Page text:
The one new kind I tried so far is from Dorie Greenspan’s book: Double Chocolate Buckwheat Cookies. Here are the last of those, in the cookie tin, at right. They are buttery and chocolaty, but I don’t think I will make them again. I did buy five kinds of Christmas cookies from Trader Joe’s, so we didn’t suffer.

Here are a few scenes from the last busy days:

I also want to share this poem again,  a song from Canada called “The Huron Carol.” Here is a video version of it sung by Tom Jackson.

THE HURON CAROL

’Twas in the moon of wintertime when all the birds had fled,
That Mighty Gitchi Manitou sent angel choirs instead.
Before their light the stars grew dim, and wand’ring hunters heard the hymn:
Jesus, your King, is born;
Jesus is born,
In excelsis gloria!

Within a lodge of broken bark the tender Babe was found,
A ragged robe of rabbit skin enwrapped His beauty round.
And as the hunter braves drew nigh, the angels’ song rang loud and high:
Jesus, your King, is born;
Jesus is born,
In excelsis gloria!

The earliest moon of winter is not so round and fair
As was the ring of glory on the helpless infant there.
And chiefs from far before Him knelt with gifts of fox and beaver pelt:
Jesus, your King, is born;
Jesus is born,
In excelsis gloria!

O children of the forest free, O sons of Manitou,
The Holy Child of earth and heav’n is born today for you.
Come kneel before the radiant Boy, who brings you beauty, peace, and joy:
Jesus, your King, is born;
Jesus is born,
In excelsis gloria!

~ Jean de Brébeuf, S.J. (1593-1649)

My grandson Pat and his wife came on Christmas Eve to hike and feast and play games with us for most of the day. This morning Soldier and Joy’s family came to church with me and that was lovely; we came home and had a lovely festal brunch before opening gifts. Christmas Day always surprises me, as the last few days of Advent are like being on a train that speeds up just before getting to the station.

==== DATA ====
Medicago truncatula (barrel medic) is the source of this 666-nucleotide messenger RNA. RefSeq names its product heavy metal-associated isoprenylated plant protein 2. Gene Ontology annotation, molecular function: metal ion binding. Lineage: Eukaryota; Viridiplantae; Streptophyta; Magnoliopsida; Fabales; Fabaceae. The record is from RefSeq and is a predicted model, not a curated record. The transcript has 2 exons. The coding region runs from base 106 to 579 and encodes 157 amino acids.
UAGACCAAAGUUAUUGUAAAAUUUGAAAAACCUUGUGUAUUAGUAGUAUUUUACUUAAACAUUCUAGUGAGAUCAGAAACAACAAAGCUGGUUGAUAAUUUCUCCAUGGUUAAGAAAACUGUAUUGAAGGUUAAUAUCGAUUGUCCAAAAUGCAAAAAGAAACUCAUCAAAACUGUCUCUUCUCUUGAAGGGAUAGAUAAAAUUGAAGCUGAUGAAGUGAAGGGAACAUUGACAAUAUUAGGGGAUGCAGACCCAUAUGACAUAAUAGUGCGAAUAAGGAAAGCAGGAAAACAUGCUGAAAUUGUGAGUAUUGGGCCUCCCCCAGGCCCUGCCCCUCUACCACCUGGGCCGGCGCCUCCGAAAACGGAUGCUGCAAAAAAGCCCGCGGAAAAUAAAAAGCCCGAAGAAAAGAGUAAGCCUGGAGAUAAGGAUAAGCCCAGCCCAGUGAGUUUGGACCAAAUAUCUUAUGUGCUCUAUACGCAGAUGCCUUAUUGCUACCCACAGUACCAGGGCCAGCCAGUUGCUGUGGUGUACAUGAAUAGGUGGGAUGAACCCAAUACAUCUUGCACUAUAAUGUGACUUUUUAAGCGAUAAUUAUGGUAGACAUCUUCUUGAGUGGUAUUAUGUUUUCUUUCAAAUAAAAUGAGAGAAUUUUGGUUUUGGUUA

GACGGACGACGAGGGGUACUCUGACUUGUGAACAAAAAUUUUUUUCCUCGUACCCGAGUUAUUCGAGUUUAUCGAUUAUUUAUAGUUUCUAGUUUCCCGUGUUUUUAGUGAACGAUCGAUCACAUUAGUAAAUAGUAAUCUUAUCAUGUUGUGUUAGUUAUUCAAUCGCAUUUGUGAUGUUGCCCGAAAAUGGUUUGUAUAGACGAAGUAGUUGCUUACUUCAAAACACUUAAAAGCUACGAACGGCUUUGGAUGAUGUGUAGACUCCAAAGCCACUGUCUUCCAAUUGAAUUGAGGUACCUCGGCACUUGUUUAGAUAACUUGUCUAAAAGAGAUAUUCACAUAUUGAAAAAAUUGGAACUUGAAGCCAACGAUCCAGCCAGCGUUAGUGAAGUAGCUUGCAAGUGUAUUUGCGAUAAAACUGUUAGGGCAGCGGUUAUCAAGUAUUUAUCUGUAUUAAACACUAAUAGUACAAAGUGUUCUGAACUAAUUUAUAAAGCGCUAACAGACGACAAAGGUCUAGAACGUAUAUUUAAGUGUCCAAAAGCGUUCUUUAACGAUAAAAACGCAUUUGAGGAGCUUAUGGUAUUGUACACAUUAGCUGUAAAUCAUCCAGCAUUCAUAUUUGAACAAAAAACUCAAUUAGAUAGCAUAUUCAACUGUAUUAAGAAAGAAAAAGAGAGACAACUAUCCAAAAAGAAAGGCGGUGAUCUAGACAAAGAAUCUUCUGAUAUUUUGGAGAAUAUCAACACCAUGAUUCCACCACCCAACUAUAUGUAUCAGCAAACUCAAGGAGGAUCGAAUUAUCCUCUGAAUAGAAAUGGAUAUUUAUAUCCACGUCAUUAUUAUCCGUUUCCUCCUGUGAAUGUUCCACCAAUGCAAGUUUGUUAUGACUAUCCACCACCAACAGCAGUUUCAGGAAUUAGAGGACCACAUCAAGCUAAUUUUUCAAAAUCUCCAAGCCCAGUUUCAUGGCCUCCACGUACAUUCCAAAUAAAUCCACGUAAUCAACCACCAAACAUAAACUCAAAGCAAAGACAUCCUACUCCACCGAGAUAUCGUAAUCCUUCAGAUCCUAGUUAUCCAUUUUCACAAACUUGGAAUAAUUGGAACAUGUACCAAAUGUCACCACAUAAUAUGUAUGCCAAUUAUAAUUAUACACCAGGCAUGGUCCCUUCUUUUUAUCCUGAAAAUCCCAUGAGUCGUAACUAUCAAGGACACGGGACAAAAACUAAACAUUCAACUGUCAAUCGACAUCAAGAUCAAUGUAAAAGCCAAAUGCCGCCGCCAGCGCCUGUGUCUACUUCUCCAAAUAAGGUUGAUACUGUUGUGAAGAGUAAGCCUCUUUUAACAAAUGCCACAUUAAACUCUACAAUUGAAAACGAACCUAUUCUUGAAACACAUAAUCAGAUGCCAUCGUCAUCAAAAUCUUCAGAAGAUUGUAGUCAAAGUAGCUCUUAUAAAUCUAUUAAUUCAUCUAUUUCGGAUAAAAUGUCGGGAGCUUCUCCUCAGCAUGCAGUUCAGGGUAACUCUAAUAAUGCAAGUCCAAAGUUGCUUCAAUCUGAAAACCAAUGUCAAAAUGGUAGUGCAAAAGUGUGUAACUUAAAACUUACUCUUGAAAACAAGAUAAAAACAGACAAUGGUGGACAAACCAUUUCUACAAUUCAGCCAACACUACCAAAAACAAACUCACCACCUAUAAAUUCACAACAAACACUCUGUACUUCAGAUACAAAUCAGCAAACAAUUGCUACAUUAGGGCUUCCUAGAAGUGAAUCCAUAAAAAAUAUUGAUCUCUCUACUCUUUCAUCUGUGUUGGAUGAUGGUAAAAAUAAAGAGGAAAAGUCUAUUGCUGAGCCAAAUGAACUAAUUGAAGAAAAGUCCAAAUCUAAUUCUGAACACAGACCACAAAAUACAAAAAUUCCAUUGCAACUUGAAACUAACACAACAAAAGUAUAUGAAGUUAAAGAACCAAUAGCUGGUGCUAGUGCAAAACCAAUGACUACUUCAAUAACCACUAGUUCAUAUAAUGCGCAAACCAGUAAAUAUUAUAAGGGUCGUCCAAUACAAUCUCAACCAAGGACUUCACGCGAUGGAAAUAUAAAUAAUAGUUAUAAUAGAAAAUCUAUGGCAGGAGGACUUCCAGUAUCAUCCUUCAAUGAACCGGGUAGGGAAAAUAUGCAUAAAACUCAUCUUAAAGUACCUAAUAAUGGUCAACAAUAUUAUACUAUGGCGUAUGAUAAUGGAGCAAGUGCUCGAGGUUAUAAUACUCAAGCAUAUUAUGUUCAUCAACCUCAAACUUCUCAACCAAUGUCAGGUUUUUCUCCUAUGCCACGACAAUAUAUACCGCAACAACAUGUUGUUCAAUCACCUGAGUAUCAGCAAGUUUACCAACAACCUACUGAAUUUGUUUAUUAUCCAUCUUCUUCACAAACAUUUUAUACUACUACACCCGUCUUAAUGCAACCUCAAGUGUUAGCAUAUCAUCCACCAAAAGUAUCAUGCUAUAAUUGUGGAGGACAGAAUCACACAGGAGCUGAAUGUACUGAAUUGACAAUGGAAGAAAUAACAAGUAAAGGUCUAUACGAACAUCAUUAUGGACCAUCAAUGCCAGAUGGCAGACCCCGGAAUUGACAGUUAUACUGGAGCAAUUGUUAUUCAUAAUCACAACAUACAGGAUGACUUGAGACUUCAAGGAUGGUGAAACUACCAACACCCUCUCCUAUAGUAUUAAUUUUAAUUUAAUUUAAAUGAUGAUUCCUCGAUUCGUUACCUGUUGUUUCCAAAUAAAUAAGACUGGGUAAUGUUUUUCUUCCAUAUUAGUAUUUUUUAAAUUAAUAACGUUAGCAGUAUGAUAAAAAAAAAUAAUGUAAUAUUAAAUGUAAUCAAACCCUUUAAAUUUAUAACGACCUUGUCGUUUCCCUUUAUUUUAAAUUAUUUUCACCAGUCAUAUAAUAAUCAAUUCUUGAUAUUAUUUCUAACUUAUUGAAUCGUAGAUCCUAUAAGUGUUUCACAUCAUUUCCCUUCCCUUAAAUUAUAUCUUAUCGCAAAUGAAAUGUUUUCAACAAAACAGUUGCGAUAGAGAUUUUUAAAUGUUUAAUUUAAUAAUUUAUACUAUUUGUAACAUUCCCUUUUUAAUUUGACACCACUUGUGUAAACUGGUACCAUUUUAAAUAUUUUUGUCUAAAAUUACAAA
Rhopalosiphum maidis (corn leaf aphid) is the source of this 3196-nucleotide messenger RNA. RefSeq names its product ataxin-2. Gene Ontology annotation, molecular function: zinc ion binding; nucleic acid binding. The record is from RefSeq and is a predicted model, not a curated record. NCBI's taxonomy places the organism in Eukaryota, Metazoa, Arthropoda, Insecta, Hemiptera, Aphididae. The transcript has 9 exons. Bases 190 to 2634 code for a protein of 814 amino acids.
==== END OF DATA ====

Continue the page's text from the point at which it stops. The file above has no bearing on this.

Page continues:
Thank you for your Christmas greetings to me! If you are kneeling before the radiant Boy just now, I’m right there with you. Christ is born!

Here is the crux of holiness.

“In Christ we see something which could be revealed by God but which could not even be dreamed of by man: the fullness of Divinity in human flesh. Here is the crux of holiness. It is accessible to us because of the fact of the Incarnation. This does not lessen the mystery of God: a purely transcendent God is easier to understand or imagine than the God of the Incarnation.

“And when we see the crèche of the Nativity in our imagination, or in plastic representations, and can take the Child-God in our hands, we are confronted with a greater mystery than that of the imperceptible God. How can we understand that the full depth of infinity and eternity lies here, hidden and at the same time revealed by a frail human body that is fragile and transparent to the presence of God?”

-Metropolitan Anthony Bloom, God and Man

Days and bags full of children.

Last week I laid out these sleeping bags in my new guest room, for the use of my grandchildren whom I was expecting along with their parents, flying in from Colorado.

Night after night I’ve started a little blog report on the fun we’ve been having, but night after night I’ve had to crash before I could complete a paragraph. This afternoon has been a little pause, wherein I drank tea and will try again.